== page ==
Typical Roles at a Bike Repair Business

A bike repair shop can be started with relatively few employees. In fact, in a small shop the owner could serve every role on their own.


This is the first role you’ll need to think about when building your team. In many cases, the business owner can act as his/her own general manager.

Typical Salary:

  • $35,000 per year

What Does This Role Entail?

  • Hiring and scheduling employees
  • Keeping track of inventory
  • Adhering to health and safety standards
  • Ensuring customer satisfaction  

Who to Look For:

  • Previous management experience
  • Able to manage customers’ complaints
  • Available for many shifts, as they are an integral part of everyday business

Bike Technician

Salary: $25,000 per year

What Does This Role Entail?

  • Assembling new bikes
  • Repairing customers’ bikes
  • Painting bikes

Who to Look For:

  • Attentive to detail
  • Previous experience working with bikes
  • Solid reference from a previous employer


Bike repair shops often sell new or used bikes and biking accessories. You will want at least one employee on the sales floor to assist customers.

Salary: $10-$20 per hour

What Does This Role Entail?

  • Helping customers select cycling equipment
  • Assisting customers with trying on cycling shoes and clothes

Who to Look For:

  • Experience in retail and / or sales
  • Bike repair experience strongly preferred
  • No specific education level necessary

Bike Repair Business Hiring Tips

Hiring employees can seem like a nerve-wracking process, but it doesn't have to be. We break the process down into four basic steps: (1) Planning; (2) Recruiting; (3) Interviewing; and (4) Completing the Hire. Here are some tips for each phase of the process

Plan to Staff Your Business

Many cyclists prioritize environmentally friendly practices, so make sure your business also reflect these values. For example, consider having your bike technician restore used bikes so that they can be resold. Early on in this business, the owner could fulfill all of the roles on their own. As business picks up, the first employee you will want to hire is a bike technician.

Develop a Recruiting Strategy

Bikes need periodic tuneups and repairs, so it is important that your business becomes involved with the community in order to generate repeat customers. Advertise in local sports stores, so cyclists in the area will shop and apply for jobs at your new store. Create social media accounts so that you can interact with customers and drum up business for your opening day.

Interview with Confidence

If you take your time during the planning and recruiting phases of the process, you will likely end up with many qualified candidates.

Nonetheless, it is natural for a new business owner to be a bit anxious the first time hiring employees. Don’t forget that the interview is just a chance to get to know an applicant and to give them an opportunity to learn more about the role and the business. Also, it might help to remember that they are probably even more nervous than you are!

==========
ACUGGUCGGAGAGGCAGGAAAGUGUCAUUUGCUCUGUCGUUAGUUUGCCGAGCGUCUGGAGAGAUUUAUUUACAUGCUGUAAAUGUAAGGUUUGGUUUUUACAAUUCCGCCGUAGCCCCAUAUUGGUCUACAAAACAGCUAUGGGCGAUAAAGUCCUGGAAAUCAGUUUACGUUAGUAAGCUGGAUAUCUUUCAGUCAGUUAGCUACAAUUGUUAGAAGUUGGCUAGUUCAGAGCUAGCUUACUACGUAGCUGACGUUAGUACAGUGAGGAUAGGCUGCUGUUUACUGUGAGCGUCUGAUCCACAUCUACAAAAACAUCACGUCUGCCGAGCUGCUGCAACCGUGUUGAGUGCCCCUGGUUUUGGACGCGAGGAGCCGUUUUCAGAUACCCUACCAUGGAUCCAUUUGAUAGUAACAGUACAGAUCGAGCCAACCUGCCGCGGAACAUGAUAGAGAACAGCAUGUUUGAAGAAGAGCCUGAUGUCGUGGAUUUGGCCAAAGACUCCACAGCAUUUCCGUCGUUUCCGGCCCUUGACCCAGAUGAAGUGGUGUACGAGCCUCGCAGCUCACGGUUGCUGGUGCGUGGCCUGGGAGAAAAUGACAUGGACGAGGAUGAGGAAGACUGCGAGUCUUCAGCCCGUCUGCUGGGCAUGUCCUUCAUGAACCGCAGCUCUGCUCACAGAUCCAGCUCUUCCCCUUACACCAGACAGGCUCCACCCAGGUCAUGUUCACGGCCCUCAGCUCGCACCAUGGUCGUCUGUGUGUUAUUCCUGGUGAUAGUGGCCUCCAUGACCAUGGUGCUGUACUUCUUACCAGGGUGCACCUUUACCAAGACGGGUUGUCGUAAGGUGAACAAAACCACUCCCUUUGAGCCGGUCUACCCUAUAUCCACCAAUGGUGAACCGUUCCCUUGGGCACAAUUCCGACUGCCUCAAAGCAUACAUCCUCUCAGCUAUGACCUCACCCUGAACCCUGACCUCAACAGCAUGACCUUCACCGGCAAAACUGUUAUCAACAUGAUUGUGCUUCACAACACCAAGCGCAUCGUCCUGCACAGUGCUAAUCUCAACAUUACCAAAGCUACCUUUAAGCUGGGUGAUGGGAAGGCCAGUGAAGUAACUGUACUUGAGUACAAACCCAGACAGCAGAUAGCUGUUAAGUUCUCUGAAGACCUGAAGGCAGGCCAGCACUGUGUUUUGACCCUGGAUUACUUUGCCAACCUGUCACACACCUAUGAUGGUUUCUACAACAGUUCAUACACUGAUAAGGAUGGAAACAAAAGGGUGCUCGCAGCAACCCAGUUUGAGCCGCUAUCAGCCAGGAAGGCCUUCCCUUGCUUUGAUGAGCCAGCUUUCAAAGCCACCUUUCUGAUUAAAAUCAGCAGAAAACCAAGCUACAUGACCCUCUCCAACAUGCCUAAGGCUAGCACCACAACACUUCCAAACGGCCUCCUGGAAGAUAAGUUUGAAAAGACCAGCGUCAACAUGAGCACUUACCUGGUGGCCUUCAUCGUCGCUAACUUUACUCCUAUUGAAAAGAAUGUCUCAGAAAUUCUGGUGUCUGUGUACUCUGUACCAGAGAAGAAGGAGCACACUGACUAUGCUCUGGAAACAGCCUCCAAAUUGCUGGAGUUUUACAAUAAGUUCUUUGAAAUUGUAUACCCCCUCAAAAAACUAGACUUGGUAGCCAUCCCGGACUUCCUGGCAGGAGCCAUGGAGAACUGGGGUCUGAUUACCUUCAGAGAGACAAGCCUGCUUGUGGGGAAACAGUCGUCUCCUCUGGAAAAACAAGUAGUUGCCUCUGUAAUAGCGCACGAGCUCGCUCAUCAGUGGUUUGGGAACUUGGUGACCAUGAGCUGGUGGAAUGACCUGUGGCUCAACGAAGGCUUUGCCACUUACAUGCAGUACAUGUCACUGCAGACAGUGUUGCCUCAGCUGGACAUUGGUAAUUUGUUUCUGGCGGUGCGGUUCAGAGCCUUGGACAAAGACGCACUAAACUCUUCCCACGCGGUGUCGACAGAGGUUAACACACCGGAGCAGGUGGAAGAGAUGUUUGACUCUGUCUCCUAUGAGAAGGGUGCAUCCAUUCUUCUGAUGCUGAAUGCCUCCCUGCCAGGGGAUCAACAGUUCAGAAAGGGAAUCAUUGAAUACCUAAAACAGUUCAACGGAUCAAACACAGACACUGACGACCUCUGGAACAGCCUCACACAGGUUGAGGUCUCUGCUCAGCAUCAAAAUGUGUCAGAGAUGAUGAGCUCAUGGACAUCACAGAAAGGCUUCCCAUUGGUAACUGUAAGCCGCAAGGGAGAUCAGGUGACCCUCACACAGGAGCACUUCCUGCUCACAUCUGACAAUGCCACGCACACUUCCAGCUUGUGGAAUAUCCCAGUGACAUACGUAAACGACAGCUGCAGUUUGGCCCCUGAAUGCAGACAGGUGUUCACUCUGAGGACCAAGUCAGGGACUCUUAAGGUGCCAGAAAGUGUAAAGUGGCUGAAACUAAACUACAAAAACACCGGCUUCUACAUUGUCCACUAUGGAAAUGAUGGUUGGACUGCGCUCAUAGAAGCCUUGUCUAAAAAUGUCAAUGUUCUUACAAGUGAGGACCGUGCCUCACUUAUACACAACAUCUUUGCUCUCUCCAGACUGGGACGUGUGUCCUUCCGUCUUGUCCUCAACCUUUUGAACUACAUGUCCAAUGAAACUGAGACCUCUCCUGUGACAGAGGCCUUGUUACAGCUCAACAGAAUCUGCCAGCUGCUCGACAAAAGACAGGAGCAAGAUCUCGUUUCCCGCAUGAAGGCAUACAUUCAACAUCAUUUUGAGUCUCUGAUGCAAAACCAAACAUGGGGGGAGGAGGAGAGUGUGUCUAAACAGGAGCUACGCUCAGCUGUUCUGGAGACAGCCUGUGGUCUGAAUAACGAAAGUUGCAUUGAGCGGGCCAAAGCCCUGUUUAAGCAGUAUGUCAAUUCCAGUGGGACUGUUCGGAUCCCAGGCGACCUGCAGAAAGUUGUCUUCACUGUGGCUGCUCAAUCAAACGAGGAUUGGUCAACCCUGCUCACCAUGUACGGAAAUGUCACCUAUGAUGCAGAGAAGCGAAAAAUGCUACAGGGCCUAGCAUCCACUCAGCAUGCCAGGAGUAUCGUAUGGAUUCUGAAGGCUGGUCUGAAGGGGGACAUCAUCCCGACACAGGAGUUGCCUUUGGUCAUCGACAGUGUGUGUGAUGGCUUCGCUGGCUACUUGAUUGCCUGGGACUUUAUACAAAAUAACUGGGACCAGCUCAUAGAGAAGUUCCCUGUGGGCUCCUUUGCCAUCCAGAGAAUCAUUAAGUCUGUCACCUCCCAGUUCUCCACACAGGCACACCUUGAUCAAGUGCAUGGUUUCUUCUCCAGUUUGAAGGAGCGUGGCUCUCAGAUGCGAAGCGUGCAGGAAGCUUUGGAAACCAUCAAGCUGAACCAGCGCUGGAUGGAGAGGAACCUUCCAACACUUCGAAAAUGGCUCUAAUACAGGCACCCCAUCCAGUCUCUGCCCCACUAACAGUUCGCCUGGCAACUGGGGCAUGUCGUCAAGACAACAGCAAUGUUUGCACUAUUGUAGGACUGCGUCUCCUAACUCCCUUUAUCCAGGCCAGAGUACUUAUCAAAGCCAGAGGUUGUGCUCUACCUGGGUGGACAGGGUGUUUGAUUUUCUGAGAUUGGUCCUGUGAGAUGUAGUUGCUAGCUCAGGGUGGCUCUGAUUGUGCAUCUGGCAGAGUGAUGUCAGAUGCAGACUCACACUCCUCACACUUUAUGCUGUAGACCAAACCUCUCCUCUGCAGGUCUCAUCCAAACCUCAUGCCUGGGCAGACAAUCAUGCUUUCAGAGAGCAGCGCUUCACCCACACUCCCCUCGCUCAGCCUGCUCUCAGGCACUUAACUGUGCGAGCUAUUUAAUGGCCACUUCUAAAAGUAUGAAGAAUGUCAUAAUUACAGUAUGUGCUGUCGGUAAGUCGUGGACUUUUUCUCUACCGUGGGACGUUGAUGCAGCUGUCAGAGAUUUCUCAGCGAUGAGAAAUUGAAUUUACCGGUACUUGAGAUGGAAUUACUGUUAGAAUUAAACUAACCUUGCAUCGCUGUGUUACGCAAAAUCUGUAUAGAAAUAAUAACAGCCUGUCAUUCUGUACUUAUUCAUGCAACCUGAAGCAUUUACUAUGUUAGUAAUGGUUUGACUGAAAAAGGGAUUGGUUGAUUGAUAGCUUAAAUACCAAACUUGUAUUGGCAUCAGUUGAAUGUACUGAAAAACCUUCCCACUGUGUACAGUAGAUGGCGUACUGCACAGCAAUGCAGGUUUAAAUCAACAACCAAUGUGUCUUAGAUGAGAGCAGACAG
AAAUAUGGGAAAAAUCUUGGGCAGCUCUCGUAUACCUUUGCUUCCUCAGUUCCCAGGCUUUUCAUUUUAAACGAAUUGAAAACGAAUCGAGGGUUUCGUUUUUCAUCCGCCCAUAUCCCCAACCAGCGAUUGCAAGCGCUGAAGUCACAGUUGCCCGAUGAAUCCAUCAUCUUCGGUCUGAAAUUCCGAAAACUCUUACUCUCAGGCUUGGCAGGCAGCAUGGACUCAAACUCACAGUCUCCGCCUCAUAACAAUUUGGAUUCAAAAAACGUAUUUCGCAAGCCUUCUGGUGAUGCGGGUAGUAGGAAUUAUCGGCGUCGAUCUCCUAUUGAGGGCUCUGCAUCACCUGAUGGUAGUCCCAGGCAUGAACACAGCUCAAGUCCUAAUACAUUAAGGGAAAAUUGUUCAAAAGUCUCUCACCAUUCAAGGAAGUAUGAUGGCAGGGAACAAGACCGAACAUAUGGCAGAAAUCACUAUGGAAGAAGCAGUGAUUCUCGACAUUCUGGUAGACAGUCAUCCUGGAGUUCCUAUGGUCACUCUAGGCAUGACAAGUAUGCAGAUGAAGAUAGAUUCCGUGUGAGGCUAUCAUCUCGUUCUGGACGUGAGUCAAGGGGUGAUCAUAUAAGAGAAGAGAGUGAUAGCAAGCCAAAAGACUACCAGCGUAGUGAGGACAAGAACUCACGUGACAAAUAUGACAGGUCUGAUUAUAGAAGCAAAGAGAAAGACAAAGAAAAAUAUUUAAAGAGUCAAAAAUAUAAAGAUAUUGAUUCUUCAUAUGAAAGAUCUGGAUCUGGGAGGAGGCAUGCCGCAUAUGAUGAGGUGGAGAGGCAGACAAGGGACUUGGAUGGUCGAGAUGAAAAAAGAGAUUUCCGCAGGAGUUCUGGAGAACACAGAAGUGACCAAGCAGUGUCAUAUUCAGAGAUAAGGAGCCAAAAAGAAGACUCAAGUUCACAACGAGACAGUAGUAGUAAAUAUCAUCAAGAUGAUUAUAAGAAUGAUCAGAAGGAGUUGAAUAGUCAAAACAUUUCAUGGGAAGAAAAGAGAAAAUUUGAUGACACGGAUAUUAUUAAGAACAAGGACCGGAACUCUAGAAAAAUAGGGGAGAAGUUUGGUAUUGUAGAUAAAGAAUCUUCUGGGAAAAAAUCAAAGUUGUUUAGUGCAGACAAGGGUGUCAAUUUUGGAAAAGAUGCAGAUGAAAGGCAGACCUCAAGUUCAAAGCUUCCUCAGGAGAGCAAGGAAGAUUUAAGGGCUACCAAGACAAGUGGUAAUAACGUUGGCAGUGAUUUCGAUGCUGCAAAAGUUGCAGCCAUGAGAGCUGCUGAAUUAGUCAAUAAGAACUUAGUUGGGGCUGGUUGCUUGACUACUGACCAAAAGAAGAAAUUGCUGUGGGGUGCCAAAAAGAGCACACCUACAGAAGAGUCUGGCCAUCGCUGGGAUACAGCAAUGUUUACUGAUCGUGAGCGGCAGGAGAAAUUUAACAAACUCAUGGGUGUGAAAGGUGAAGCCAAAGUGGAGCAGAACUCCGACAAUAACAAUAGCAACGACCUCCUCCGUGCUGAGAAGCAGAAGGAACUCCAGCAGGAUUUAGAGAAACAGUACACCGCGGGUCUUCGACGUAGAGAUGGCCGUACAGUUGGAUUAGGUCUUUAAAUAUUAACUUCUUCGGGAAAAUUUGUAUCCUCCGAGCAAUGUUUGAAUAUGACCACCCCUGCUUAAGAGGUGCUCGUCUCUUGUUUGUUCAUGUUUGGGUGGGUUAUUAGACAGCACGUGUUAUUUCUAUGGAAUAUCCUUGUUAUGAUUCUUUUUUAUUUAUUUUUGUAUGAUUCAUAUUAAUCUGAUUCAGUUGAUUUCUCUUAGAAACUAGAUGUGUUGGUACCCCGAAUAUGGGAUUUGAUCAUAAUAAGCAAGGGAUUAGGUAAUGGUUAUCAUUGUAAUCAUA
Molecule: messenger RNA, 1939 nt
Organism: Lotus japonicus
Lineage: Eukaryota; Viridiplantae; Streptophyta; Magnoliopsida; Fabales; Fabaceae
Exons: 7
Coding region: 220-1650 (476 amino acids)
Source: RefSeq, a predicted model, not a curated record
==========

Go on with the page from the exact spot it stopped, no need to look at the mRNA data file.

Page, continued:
Throughout the interview process, it may help to keep in mind that most bike repair shops look for employees who are:

  • Experienced cyclists
  • Good at mechanics
  • Passionate about the environment
  • Friendly and welcoming

Here are some sample interview questions that will help you learn more about the character of your interviewees:

  • Describe your experience fixing bicycles
  • What bike would you recommend for a novice, intermediate, and professional cyclist?
  • Where is your favorite place to ride in the area?
  • How would you handle an unhappy customer?

Be Familiar with Hiring Laws

After selecting a job candidate, there are certain steps you will need to follow to complete the hiring process. Check out our Hiring Compliance Checklist for a step-by-step guide to the legal aspects of hiring employees.

One of the most important steps is to classify your new hire as an employee or an independent contractor. Become familiar with IRS guidelines on this matter, as there are serious consequences for misclassifying an employee as an independent contractor.

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For more details, please refer to our guide on the topic, Contractors vs. Employees: What You Need to Know. We also provide templates for the essential hiring forms you will need.

Set Up Payroll

Once you have a growing team of employees, it's time to set up your payroll. Using a payroll service provider saves you time for running your business, and also helps ensure that you comply with important federal requirements such as employee tax withholding.

To help our readers save money and grow their business, we negotiated a 20% discount for you with payroll provider ADP, the most popular small business provider in the country.

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Try ADP and get 20% off payroll services for your business.

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